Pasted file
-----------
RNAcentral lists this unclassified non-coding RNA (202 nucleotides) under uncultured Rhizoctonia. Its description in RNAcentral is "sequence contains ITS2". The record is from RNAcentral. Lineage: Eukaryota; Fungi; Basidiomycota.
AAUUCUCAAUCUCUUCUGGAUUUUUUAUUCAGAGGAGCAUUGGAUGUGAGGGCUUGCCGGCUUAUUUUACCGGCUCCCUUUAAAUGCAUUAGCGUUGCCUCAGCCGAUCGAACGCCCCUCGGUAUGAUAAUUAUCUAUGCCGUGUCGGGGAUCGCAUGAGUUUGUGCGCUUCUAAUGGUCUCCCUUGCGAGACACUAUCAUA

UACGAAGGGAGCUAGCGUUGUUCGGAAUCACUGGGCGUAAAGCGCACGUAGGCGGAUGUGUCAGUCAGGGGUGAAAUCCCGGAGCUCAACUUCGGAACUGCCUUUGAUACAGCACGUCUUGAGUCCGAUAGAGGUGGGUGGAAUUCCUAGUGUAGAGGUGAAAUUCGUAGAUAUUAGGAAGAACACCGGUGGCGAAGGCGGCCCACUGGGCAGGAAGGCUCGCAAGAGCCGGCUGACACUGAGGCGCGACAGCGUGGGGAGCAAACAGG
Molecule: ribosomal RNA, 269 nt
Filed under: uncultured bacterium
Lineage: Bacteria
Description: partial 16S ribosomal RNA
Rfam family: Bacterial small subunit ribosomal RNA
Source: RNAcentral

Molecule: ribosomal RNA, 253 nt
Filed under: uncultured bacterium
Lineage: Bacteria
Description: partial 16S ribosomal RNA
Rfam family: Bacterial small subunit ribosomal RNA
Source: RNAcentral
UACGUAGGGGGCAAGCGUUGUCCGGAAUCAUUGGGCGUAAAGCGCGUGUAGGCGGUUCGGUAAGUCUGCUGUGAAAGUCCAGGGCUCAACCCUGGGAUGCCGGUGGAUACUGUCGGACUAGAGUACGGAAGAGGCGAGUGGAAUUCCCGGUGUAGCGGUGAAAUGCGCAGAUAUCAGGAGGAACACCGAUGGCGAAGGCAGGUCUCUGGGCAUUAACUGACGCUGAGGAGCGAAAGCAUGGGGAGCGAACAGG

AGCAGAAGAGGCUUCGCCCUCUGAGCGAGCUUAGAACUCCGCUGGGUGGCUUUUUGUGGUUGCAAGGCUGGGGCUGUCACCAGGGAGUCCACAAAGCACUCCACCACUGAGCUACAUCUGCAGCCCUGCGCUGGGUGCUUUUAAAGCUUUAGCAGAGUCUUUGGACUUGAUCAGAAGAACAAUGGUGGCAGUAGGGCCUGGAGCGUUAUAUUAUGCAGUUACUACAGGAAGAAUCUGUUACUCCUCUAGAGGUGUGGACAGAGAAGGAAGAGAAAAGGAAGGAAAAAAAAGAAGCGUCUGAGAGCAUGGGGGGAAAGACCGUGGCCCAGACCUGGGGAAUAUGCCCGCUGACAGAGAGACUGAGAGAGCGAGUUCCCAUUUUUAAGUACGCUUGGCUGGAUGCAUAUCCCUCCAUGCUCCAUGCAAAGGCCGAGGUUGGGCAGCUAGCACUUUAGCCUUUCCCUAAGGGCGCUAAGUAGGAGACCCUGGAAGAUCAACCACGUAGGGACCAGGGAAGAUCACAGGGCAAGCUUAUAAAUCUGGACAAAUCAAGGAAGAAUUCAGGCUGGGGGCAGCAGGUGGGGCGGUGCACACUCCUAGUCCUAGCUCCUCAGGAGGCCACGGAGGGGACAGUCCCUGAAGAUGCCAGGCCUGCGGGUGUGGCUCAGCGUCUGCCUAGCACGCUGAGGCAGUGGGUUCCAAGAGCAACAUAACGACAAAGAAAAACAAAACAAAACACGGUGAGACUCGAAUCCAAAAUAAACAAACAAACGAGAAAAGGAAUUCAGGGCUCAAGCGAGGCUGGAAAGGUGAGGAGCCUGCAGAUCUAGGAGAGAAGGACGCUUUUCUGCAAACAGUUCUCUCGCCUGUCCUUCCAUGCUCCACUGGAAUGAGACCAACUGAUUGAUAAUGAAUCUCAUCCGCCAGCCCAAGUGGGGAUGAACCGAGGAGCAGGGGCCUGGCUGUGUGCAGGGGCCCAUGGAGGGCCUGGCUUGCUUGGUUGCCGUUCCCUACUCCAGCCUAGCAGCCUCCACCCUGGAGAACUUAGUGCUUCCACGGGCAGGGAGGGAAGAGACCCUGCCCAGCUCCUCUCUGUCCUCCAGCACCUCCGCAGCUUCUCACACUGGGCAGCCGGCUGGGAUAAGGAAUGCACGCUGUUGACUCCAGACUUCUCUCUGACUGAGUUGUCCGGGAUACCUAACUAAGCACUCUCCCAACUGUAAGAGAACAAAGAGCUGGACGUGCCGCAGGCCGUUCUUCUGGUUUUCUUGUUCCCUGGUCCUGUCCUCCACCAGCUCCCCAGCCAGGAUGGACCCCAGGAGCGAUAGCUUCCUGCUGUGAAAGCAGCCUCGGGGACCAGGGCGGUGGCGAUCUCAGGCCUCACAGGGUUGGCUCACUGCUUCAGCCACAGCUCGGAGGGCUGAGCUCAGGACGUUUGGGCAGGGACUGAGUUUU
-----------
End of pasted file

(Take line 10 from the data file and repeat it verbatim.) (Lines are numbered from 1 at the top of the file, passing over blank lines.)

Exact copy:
Molecule: ribosomal RNA, 253 nt